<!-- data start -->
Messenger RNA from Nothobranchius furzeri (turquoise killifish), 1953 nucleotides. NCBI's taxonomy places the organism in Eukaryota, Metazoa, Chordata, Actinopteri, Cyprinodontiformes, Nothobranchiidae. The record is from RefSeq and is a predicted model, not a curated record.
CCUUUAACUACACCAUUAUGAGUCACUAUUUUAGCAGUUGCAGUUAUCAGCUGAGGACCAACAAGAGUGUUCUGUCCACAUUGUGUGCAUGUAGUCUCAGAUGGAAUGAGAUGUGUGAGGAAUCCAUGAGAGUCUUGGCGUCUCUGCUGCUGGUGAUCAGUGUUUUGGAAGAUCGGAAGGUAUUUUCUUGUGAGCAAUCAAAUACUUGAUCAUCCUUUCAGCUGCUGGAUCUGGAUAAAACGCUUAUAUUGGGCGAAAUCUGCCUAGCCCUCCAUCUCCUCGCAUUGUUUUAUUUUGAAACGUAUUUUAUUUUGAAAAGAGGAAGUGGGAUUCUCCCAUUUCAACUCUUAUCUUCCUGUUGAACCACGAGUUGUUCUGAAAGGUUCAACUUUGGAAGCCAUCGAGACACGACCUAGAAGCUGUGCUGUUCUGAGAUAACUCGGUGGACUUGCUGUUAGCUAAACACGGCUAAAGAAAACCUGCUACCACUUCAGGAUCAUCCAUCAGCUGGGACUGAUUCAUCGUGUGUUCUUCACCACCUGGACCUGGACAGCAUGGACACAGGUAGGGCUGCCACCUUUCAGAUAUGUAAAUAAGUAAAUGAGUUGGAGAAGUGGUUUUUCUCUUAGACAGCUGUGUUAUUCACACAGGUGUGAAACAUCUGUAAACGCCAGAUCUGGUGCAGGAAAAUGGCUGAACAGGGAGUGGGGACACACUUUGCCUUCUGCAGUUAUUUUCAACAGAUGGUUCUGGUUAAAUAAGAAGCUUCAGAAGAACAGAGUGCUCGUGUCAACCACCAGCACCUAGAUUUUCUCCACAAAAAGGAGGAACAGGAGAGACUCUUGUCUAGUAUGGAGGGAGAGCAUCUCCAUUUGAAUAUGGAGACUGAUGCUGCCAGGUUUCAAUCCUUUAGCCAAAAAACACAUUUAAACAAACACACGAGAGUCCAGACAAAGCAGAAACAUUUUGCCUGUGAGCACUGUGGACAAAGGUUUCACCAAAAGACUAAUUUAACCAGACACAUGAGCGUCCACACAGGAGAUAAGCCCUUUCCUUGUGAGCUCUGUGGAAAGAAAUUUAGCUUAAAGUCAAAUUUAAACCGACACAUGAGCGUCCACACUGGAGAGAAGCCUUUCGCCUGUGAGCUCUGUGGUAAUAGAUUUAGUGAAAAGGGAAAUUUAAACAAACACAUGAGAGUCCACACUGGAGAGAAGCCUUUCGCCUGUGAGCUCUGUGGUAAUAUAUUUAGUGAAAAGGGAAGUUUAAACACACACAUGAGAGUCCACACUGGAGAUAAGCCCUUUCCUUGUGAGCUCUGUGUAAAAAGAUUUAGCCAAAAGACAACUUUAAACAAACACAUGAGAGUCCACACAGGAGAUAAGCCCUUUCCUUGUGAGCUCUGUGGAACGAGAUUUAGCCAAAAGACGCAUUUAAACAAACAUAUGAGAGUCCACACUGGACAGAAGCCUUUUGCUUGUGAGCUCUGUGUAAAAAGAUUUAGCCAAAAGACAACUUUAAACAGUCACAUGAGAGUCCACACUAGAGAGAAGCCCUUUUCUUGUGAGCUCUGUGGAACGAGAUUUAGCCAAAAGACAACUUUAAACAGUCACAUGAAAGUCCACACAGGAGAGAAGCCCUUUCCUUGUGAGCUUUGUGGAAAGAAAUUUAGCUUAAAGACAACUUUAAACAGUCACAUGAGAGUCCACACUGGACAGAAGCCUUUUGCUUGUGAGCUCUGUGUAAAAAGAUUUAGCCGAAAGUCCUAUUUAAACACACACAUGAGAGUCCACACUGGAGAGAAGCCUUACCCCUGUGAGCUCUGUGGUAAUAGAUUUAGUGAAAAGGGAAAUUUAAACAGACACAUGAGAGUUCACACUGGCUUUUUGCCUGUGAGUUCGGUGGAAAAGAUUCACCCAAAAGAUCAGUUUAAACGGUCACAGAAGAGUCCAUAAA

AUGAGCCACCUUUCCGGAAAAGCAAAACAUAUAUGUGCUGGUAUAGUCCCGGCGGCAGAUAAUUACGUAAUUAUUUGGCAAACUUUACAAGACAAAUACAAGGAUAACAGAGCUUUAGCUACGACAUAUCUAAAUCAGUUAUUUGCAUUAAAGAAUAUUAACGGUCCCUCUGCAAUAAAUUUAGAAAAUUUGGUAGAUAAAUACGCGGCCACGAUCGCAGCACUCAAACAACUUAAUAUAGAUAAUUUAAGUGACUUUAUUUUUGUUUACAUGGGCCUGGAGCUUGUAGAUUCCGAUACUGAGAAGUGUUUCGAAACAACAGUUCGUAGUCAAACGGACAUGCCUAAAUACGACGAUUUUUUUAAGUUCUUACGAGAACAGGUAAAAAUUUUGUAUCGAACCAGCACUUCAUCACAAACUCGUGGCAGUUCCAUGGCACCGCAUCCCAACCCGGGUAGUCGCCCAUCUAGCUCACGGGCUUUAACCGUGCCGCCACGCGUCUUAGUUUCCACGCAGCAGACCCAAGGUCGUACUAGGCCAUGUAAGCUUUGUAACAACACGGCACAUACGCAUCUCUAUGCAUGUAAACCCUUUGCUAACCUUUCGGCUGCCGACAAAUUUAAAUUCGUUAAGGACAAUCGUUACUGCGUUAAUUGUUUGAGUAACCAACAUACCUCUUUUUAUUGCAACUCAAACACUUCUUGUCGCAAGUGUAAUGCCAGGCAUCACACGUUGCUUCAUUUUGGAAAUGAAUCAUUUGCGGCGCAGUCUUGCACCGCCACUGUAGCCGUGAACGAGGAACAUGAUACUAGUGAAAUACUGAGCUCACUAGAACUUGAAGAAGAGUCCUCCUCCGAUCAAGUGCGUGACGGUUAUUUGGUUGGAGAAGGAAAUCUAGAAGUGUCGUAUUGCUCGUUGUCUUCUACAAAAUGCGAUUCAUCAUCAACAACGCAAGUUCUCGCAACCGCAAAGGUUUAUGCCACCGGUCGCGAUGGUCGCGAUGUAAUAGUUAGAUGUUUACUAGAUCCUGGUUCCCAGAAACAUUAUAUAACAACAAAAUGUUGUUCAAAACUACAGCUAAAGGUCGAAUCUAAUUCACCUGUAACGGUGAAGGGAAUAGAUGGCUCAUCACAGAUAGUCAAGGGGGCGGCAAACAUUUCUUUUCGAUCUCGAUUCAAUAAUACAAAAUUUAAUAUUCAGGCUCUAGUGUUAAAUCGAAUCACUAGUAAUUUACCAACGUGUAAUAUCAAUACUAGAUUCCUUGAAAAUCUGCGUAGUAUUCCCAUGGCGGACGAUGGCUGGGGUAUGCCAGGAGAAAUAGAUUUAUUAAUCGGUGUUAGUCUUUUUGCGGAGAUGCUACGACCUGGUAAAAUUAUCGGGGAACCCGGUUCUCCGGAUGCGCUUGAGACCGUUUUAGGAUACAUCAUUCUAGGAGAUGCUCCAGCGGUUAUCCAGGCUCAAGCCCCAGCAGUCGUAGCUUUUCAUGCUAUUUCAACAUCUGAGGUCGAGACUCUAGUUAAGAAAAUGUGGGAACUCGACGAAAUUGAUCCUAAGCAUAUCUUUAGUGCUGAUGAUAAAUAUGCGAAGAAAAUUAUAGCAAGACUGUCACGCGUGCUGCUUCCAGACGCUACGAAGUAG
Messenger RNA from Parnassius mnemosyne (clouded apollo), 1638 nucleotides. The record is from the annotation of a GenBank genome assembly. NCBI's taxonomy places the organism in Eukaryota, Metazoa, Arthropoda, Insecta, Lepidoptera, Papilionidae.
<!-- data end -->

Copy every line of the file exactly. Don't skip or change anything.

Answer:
Messenger RNA from Nothobranchius furzeri (turquoise killifish), 1953 nucleotides. NCBI's taxonomy places the organism in Eukaryota, Metazoa, Chordata, Actinopteri, Cyprinodontiformes, Nothobranchiidae. The record is from RefSeq and is a predicted model, not a curated record.
CCUUUAACUACACCAUUAUGAGUCACUAUUUUAGCAGUUGCAGUUAUCAGCUGAGGACCAACAAGAGUGUUCUGUCCACAUUGUGUGCAUGUAGUCUCAGAUGGAAUGAGAUGUGUGAGGAAUCCAUGAGAGUCUUGGCGUCUCUGCUGCUGGUGAUCAGUGUUUUGGAAGAUCGGAAGGUAUUUUCUUGUGAGCAAUCAAAUACUUGAUCAUCCUUUCAGCUGCUGGAUCUGGAUAAAACGCUUAUAUUGGGCGAAAUCUGCCUAGCCCUCCAUCUCCUCGCAUUGUUUUAUUUUGAAACGUAUUUUAUUUUGAAAAGAGGAAGUGGGAUUCUCCCAUUUCAACUCUUAUCUUCCUGUUGAACCACGAGUUGUUCUGAAAGGUUCAACUUUGGAAGCCAUCGAGACACGACCUAGAAGCUGUGCUGUUCUGAGAUAACUCGGUGGACUUGCUGUUAGCUAAACACGGCUAAAGAAAACCUGCUACCACUUCAGGAUCAUCCAUCAGCUGGGACUGAUUCAUCGUGUGUUCUUCACCACCUGGACCUGGACAGCAUGGACACAGGUAGGGCUGCCACCUUUCAGAUAUGUAAAUAAGUAAAUGAGUUGGAGAAGUGGUUUUUCUCUUAGACAGCUGUGUUAUUCACACAGGUGUGAAACAUCUGUAAACGCCAGAUCUGGUGCAGGAAAAUGGCUGAACAGGGAGUGGGGACACACUUUGCCUUCUGCAGUUAUUUUCAACAGAUGGUUCUGGUUAAAUAAGAAGCUUCAGAAGAACAGAGUGCUCGUGUCAACCACCAGCACCUAGAUUUUCUCCACAAAAAGGAGGAACAGGAGAGACUCUUGUCUAGUAUGGAGGGAGAGCAUCUCCAUUUGAAUAUGGAGACUGAUGCUGCCAGGUUUCAAUCCUUUAGCCAAAAAACACAUUUAAACAAACACACGAGAGUCCAGACAAAGCAGAAACAUUUUGCCUGUGAGCACUGUGGACAAAGGUUUCACCAAAAGACUAAUUUAACCAGACACAUGAGCGUCCACACAGGAGAUAAGCCCUUUCCUUGUGAGCUCUGUGGAAAGAAAUUUAGCUUAAAGUCAAAUUUAAACCGACACAUGAGCGUCCACACUGGAGAGAAGCCUUUCGCCUGUGAGCUCUGUGGUAAUAGAUUUAGUGAAAAGGGAAAUUUAAACAAACACAUGAGAGUCCACACUGGAGAGAAGCCUUUCGCCUGUGAGCUCUGUGGUAAUAUAUUUAGUGAAAAGGGAAGUUUAAACACACACAUGAGAGUCCACACUGGAGAUAAGCCCUUUCCUUGUGAGCUCUGUGUAAAAAGAUUUAGCCAAAAGACAACUUUAAACAAACACAUGAGAGUCCACACAGGAGAUAAGCCCUUUCCUUGUGAGCUCUGUGGAACGAGAUUUAGCCAAAAGACGCAUUUAAACAAACAUAUGAGAGUCCACACUGGACAGAAGCCUUUUGCUUGUGAGCUCUGUGUAAAAAGAUUUAGCCAAAAGACAACUUUAAACAGUCACAUGAGAGUCCACACUAGAGAGAAGCCCUUUUCUUGUGAGCUCUGUGGAACGAGAUUUAGCCAAAAGACAACUUUAAACAGUCACAUGAAAGUCCACACAGGAGAGAAGCCCUUUCCUUGUGAGCUUUGUGGAAAGAAAUUUAGCUUAAAGACAACUUUAAACAGUCACAUGAGAGUCCACACUGGACAGAAGCCUUUUGCUUGUGAGCUCUGUGUAAAAAGAUUUAGCCGAAAGUCCUAUUUAAACACACACAUGAGAGUCCACACUGGAGAGAAGCCUUACCCCUGUGAGCUCUGUGGUAAUAGAUUUAGUGAAAAGGGAAAUUUAAACAGACACAUGAGAGUUCACACUGGCUUUUUGCCUGUGAGUUCGGUGGAAAAGAUUCACCCAAAAGAUCAGUUUAAACGGUCACAGAAGAGUCCAUAAA

AUGAGCCACCUUUCCGGAAAAGCAAAACAUAUAUGUGCUGGUAUAGUCCCGGCGGCAGAUAAUUACGUAAUUAUUUGGCAAACUUUACAAGACAAAUACAAGGAUAACAGAGCUUUAGCUACGACAUAUCUAAAUCAGUUAUUUGCAUUAAAGAAUAUUAACGGUCCCUCUGCAAUAAAUUUAGAAAAUUUGGUAGAUAAAUACGCGGCCACGAUCGCAGCACUCAAACAACUUAAUAUAGAUAAUUUAAGUGACUUUAUUUUUGUUUACAUGGGCCUGGAGCUUGUAGAUUCCGAUACUGAGAAGUGUUUCGAAACAACAGUUCGUAGUCAAACGGACAUGCCUAAAUACGACGAUUUUUUUAAGUUCUUACGAGAACAGGUAAAAAUUUUGUAUCGAACCAGCACUUCAUCACAAACUCGUGGCAGUUCCAUGGCACCGCAUCCCAACCCGGGUAGUCGCCCAUCUAGCUCACGGGCUUUAACCGUGCCGCCACGCGUCUUAGUUUCCACGCAGCAGACCCAAGGUCGUACUAGGCCAUGUAAGCUUUGUAACAACACGGCACAUACGCAUCUCUAUGCAUGUAAACCCUUUGCUAACCUUUCGGCUGCCGACAAAUUUAAAUUCGUUAAGGACAAUCGUUACUGCGUUAAUUGUUUGAGUAACCAACAUACCUCUUUUUAUUGCAACUCAAACACUUCUUGUCGCAAGUGUAAUGCCAGGCAUCACACGUUGCUUCAUUUUGGAAAUGAAUCAUUUGCGGCGCAGUCUUGCACCGCCACUGUAGCCGUGAACGAGGAACAUGAUACUAGUGAAAUACUGAGCUCACUAGAACUUGAAGAAGAGUCCUCCUCCGAUCAAGUGCGUGACGGUUAUUUGGUUGGAGAAGGAAAUCUAGAAGUGUCGUAUUGCUCGUUGUCUUCUACAAAAUGCGAUUCAUCAUCAACAACGCAAGUUCUCGCAACCGCAAAGGUUUAUGCCACCGGUCGCGAUGGUCGCGAUGUAAUAGUUAGAUGUUUACUAGAUCCUGGUUCCCAGAAACAUUAUAUAACAACAAAAUGUUGUUCAAAACUACAGCUAAAGGUCGAAUCUAAUUCACCUGUAACGGUGAAGGGAAUAGAUGGCUCAUCACAGAUAGUCAAGGGGGCGGCAAACAUUUCUUUUCGAUCUCGAUUCAAUAAUACAAAAUUUAAUAUUCAGGCUCUAGUGUUAAAUCGAAUCACUAGUAAUUUACCAACGUGUAAUAUCAAUACUAGAUUCCUUGAAAAUCUGCGUAGUAUUCCCAUGGCGGACGAUGGCUGGGGUAUGCCAGGAGAAAUAGAUUUAUUAAUCGGUGUUAGUCUUUUUGCGGAGAUGCUACGACCUGGUAAAAUUAUCGGGGAACCCGGUUCUCCGGAUGCGCUUGAGACCGUUUUAGGAUACAUCAUUCUAGGAGAUGCUCCAGCGGUUAUCCAGGCUCAAGCCCCAGCAGUCGUAGCUUUUCAUGCUAUUUCAACAUCUGAGGUCGAGACUCUAGUUAAGAAAAUGUGGGAACUCGACGAAAUUGAUCCUAAGCAUAUCUUUAGUGCUGAUGAUAAAUAUGCGAAGAAAAUUAUAGCAAGACUGUCACGCGUGCUGCUUCCAGACGCUACGAAGUAG
Messenger RNA from Parnassius mnemosyne (clouded apollo), 1638 nucleotides. The record is from the annotation of a GenBank genome assembly. NCBI's taxonomy places the organism in Eukaryota, Metazoa, Arthropoda, Insecta, Lepidoptera, Papilionidae.